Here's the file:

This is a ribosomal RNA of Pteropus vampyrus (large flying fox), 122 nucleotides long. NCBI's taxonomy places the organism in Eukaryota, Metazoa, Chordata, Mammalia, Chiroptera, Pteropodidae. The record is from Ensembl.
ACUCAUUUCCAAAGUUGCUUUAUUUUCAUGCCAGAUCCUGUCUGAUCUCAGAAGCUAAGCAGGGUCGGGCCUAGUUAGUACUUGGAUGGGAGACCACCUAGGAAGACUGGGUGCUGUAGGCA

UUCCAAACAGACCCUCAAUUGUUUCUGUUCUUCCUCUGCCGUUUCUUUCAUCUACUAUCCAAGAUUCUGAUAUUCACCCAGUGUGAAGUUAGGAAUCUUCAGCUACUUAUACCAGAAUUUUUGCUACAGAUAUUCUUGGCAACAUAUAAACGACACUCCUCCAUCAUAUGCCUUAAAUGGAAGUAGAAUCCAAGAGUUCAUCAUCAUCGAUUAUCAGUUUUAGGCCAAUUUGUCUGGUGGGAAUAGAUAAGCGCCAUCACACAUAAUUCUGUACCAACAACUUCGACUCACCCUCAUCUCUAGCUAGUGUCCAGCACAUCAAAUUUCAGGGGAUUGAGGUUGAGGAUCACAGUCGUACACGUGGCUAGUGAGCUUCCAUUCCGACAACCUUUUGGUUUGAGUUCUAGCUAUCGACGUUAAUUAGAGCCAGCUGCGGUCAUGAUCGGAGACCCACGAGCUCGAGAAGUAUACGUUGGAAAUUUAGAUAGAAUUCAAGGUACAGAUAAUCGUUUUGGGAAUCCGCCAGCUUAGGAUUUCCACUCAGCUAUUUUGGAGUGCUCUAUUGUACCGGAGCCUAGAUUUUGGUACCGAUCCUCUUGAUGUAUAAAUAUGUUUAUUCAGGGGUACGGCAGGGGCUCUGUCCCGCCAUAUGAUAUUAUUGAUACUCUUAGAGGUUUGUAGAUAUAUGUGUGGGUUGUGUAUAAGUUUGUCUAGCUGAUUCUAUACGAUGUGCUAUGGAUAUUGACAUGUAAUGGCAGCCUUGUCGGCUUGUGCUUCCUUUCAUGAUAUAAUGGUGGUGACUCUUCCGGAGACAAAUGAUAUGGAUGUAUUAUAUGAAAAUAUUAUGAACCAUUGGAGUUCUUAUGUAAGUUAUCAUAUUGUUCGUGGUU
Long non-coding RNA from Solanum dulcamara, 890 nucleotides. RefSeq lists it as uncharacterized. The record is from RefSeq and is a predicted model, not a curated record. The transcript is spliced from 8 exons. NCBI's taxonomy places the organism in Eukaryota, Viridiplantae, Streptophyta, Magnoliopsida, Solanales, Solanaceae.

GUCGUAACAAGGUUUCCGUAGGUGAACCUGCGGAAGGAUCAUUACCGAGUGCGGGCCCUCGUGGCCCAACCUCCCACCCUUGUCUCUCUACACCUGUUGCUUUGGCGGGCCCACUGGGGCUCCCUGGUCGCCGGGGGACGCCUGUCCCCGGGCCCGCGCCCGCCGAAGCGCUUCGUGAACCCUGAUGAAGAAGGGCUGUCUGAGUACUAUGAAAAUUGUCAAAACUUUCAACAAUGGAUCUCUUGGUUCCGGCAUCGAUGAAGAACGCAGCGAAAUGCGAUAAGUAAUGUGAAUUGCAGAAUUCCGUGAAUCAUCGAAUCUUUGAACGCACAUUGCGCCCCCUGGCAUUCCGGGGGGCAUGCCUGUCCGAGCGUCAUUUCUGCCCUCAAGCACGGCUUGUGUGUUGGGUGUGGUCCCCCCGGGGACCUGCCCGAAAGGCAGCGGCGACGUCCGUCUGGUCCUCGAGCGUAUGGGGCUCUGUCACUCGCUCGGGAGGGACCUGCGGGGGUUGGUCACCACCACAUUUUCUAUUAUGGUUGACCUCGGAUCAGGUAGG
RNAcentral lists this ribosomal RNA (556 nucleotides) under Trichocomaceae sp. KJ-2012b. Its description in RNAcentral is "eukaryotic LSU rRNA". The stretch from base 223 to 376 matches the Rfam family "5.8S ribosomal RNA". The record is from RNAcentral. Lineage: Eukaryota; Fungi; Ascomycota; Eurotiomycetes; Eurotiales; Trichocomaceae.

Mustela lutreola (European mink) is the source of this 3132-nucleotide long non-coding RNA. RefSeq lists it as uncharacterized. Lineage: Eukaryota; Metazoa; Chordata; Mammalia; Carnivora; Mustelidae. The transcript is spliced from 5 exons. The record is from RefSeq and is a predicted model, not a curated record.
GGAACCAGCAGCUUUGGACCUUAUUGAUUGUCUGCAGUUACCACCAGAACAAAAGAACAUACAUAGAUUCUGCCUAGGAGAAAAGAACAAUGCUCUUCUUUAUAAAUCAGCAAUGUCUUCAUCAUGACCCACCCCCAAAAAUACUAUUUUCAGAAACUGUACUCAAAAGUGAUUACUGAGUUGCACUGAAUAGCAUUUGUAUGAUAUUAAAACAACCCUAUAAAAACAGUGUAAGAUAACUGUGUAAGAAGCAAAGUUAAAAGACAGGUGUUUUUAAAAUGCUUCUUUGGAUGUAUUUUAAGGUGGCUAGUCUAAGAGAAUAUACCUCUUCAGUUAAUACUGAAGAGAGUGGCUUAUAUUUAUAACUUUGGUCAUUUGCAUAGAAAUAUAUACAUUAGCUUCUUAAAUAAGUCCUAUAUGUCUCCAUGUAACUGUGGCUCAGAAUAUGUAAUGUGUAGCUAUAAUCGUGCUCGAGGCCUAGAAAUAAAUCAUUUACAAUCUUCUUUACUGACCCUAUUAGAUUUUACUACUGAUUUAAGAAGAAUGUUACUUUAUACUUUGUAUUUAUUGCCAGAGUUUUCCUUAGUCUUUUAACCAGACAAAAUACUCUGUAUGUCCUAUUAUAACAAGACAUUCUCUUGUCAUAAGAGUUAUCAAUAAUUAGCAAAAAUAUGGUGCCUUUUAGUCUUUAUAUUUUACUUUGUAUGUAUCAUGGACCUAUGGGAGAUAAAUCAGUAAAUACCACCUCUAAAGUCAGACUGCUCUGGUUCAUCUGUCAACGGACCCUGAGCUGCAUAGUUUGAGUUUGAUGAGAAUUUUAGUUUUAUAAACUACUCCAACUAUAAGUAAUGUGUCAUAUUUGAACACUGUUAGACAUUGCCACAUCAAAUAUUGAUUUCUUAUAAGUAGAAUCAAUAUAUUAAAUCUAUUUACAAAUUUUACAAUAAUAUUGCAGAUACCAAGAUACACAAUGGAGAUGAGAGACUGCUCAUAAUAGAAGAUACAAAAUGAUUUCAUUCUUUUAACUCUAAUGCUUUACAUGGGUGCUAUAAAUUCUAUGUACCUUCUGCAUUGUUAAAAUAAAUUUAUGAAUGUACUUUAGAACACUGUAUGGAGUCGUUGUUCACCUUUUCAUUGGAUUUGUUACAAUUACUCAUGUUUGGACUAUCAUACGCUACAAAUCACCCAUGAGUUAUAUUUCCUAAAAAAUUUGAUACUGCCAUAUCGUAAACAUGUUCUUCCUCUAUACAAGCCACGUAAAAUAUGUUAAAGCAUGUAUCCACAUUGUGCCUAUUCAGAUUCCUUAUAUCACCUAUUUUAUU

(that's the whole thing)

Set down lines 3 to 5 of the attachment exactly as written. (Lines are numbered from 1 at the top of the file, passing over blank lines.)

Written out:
UUCCAAACAGACCCUCAAUUGUUUCUGUUCUUCCUCUGCCGUUUCUUUCAUCUACUAUCCAAGAUUCUGAUAUUCACCCAGUGUGAAGUUAGGAAUCUUCAGCUACUUAUACCAGAAUUUUUGCUACAGAUAUUCUUGGCAACAUAUAAACGACACUCCUCCAUCAUAUGCCUUAAAUGGAAGUAGAAUCCAAGAGUUCAUCAUCAUCGAUUAUCAGUUUUAGGCCAAUUUGUCUGGUGGGAAUAGAUAAGCGCCAUCACACAUAAUUCUGUACCAACAACUUCGACUCACCCUCAUCUCUAGCUAGUGUCCAGCACAUCAAAUUUCAGGGGAUUGAGGUUGAGGAUCACAGUCGUACACGUGGCUAGUGAGCUUCCAUUCCGACAACCUUUUGGUUUGAGUUCUAGCUAUCGACGUUAAUUAGAGCCAGCUGCGGUCAUGAUCGGAGACCCACGAGCUCGAGAAGUAUACGUUGGAAAUUUAGAUAGAAUUCAAGGUACAGAUAAUCGUUUUGGGAAUCCGCCAGCUUAGGAUUUCCACUCAGCUAUUUUGGAGUGCUCUAUUGUACCGGAGCCUAGAUUUUGGUACCGAUCCUCUUGAUGUAUAAAUAUGUUUAUUCAGGGGUACGGCAGGGGCUCUGUCCCGCCAUAUGAUAUUAUUGAUACUCUUAGAGGUUUGUAGAUAUAUGUGUGGGUUGUGUAUAAGUUUGUCUAGCUGAUUCUAUACGAUGUGCUAUGGAUAUUGACAUGUAAUGGCAGCCUUGUCGGCUUGUGCUUCCUUUCAUGAUAUAAUGGUGGUGACUCUUCCGGAGACAAAUGAUAUGGAUGUAUUAUAUGAAAAUAUUAUGAACCAUUGGAGUUCUUAUGUAAGUUAUCAUAUUGUUCGUGGUU
Long non-coding RNA from Solanum dulcamara, 890 nucleotides. RefSeq lists it as uncharacterized. The record is from RefSeq and is a predicted model, not a curated record. The transcript is spliced from 8 exons. NCBI's taxonomy places the organism in Eukaryota, Viridiplantae, Streptophyta, Magnoliopsida, Solanales, Solanaceae.

GUCGUAACAAGGUUUCCGUAGGUGAACCUGCGGAAGGAUCAUUACCGAGUGCGGGCCCUCGUGGCCCAACCUCCCACCCUUGUCUCUCUACACCUGUUGCUUUGGCGGGCCCACUGGGGCUCCCUGGUCGCCGGGGGACGCCUGUCCCCGGGCCCGCGCCCGCCGAAGCGCUUCGUGAACCCUGAUGAAGAAGGGCUGUCUGAGUACUAUGAAAAUUGUCAAAACUUUCAACAAUGGAUCUCUUGGUUCCGGCAUCGAUGAAGAACGCAGCGAAAUGCGAUAAGUAAUGUGAAUUGCAGAAUUCCGUGAAUCAUCGAAUCUUUGAACGCACAUUGCGCCCCCUGGCAUUCCGGGGGGCAUGCCUGUCCGAGCGUCAUUUCUGCCCUCAAGCACGGCUUGUGUGUUGGGUGUGGUCCCCCCGGGGACCUGCCCGAAAGGCAGCGGCGACGUCCGUCUGGUCCUCGAGCGUAUGGGGCUCUGUCACUCGCUCGGGAGGGACCUGCGGGGGUUGGUCACCACCACAUUUUCUAUUAUGGUUGACCUCGGAUCAGGUAGG